Objective: Reactive carbonyl species (RCS) are involved in the pathogenesis of several human diseases. Hence RCS, apart from being considered a biomarker of oxidative damage, are also potential targets for the development of bioactive compounds acting as detoxifying agents of RCS (carbonyl quenching compounds). We found that the natural dipeptide carnosine (β-alanyl-L-histidine, L-CAR) is a selective and potent RCS sequestering agent, even though its clinical application is limited due to its rapid hydrolysis in blood by a specific dipeptidase (carnosinase). The enantiomer β-alanyl-D-histidine (D-CAR) showed a quenching activity nearly identical to that of L-CAR and was totally stable in the plasma. But while L-CAR is actively absorbed by hPepT1 transporter, D-CAR is scarcely transported. Consequently, we developed a drug discovery approach aimed at designing, synthesizing and evaluating novel CAR derivatives and peptidomimetics stable to carnosinase and bioavailable. Methods: Two different approaches were considered, the first, aimed at increasing the oral bioavailability of D-CAR, by synthesizing a set of ester, amide and carbamate based prodrugs. The second approach was aimed at designing L-CAR peptidomimetic which are recognized by hPepT1 and hence transported through an active transport but not recognized by carnosinase. Results: Among D-CAR prodrugs, the octyl ester of D-CAR was chosen as a candidate due to its favorable oral bioavailability (plasma D-CAR is increased 2.6-fold if given as an octyl ester relative to D-CAR). The octyl ester was then found to dose-dependently decrease the development of hypertension and dyslipidemia, to restore renal functions in Zucker fa/fa obese rats, and to inhibit the carbonylation process (AGEs and pentosidine). The compound coded FL-926-A16 was then selected among L-CAR peptidomimetics due to its following properties: ability to quench RCS, suitable bioavailability and resistance to carnosinase. The ability of FL-926-A16 to quench 4-hydroxy-trans-nonenal and to reduce protein carbonylation and tissue damage was then demonstrated in different animal models (db/db mouse and ApoE null mice). Conclusion: Bioavailable CAR derivatives are promising bioactive molecules designed to reduce protein carbonylation through a sequestering mechanism of cytotoxic carbonyl species and were found greatly effective in different animal models of diabetic and non-diabetic nephropathy.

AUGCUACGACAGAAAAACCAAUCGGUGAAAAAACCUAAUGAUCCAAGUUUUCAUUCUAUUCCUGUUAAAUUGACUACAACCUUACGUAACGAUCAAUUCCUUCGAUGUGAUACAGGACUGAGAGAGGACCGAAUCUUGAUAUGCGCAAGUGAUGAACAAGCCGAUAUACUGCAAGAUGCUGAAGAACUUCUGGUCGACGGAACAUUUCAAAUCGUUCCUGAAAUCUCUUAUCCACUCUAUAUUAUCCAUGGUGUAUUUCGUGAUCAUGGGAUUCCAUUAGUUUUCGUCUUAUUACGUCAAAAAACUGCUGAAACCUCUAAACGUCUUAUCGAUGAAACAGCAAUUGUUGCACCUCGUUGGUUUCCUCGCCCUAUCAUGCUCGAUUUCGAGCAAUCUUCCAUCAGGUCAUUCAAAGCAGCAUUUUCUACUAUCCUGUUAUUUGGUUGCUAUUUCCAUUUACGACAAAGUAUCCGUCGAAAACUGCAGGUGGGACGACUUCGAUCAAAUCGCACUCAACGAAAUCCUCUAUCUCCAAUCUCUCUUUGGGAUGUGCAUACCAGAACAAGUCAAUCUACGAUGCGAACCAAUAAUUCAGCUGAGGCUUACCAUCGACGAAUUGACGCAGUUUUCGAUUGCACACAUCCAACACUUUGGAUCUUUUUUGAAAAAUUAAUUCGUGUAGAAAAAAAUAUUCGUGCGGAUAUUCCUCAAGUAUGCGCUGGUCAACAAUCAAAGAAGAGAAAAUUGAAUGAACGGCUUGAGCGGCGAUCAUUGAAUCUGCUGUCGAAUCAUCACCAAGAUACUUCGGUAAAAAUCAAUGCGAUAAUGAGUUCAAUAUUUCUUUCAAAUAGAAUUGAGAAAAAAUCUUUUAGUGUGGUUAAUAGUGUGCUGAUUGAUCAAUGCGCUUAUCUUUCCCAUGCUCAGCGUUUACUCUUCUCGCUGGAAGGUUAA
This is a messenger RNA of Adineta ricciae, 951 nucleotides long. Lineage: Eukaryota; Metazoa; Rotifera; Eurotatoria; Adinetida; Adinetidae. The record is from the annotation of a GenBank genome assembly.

The discovery of carnosine derivatives as selective and efficient sequestering agents of cytotoxic carbonyl species : from molecular design to preclinical studies / G. Aldini, G. Vistoli, M. Orioli, R. Canevotti, L. Gamberoni, S. Menini, G. Pugliese, M. Carini - In: Atti del congresso: Society for Free Radical Research - Europe[s.l] : SFRR europe, 2011 Sep 08. (( convegno SFRR Europe tenutosi a Instanbul nel 2011.

The discovery of carnosine derivatives as selective and efficient sequestering agents of cytotoxic carbonyl species : from molecular design to preclinical studies

G. Aldini
Primo
;
G. Vistoli;M. Orioli
Secondo
;
L. Gamberoni;M. Carini
Ultimo
2011-09-08

Abstract

Objective: Reactive carbonyl species (RCS) are involved in the pathogenesis of several human diseases. Hence RCS, apart from being considered a biomarker of oxidative damage, are also potential targets for the development of bioactive compounds acting as detoxifying agents of RCS (carbonyl quenching compounds). We found that the natural dipeptide carnosine (β-alanyl-L-histidine, L-CAR) is a selective and potent RCS sequestering agent, even though its clinical application is limited due to its rapid hydrolysis in blood by a specific dipeptidase (carnosinase). The enantiomer β-alanyl-D-histidine (D-CAR) showed a quenching activity nearly identical to that of L-CAR and was totally stable in the plasma. But while L-CAR is actively absorbed by hPepT1 transporter, D-CAR is scarcely transported. Consequently, we developed a drug discovery approach aimed at designing, synthesizing and evaluating novel CAR derivatives and peptidomimetics stable to carnosinase and bioavailable. Methods: Two different approaches were considered, the first, aimed at increasing the oral bioavailability of D-CAR, by synthesizing a set of ester, amide and carbamate based prodrugs. The second approach was aimed at designing L-CAR peptidomimetic which are recognized by hPepT1 and hence transported through an active transport but not recognized by carnosinase. Results: Among D-CAR prodrugs, the octyl ester of D-CAR was chosen as a candidate due to its favorable oral bioavailability (plasma D-CAR is increased 2.6-fold if given as an octyl ester relative to D-CAR). The octyl ester was then found to dose-dependently decrease the development of hypertension and dyslipidemia, to restore renal functions in Zucker fa/fa obese rats, and to inhibit the carbonylation process (AGEs and pentosidine). The compound coded FL-926-A16 was then selected among L-CAR peptidomimetics due to its following properties: ability to quench RCS, suitable bioavailability and resistance to carnosinase. The ability of FL-926-A16 to quench 4-hydroxy-trans-nonenal and to reduce protein carbonylation and tissue damage was then demonstrated in different animal models (db/db mouse and ApoE null mice). Conclusion: Bioavailable CAR derivatives are promising bioactive molecules designed to reduce protein carbonylation through a sequestering mechanism of cytotoxic carbonyl species and were found greatly effective in different animal models of diabetic and non-diabetic nephropathy.
Settore CHIM/08 - Chimica Farmaceutica
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Utilizza questo identificativo per citare o creare un link a questo documento: http://hdl.handle.net/2434/260972
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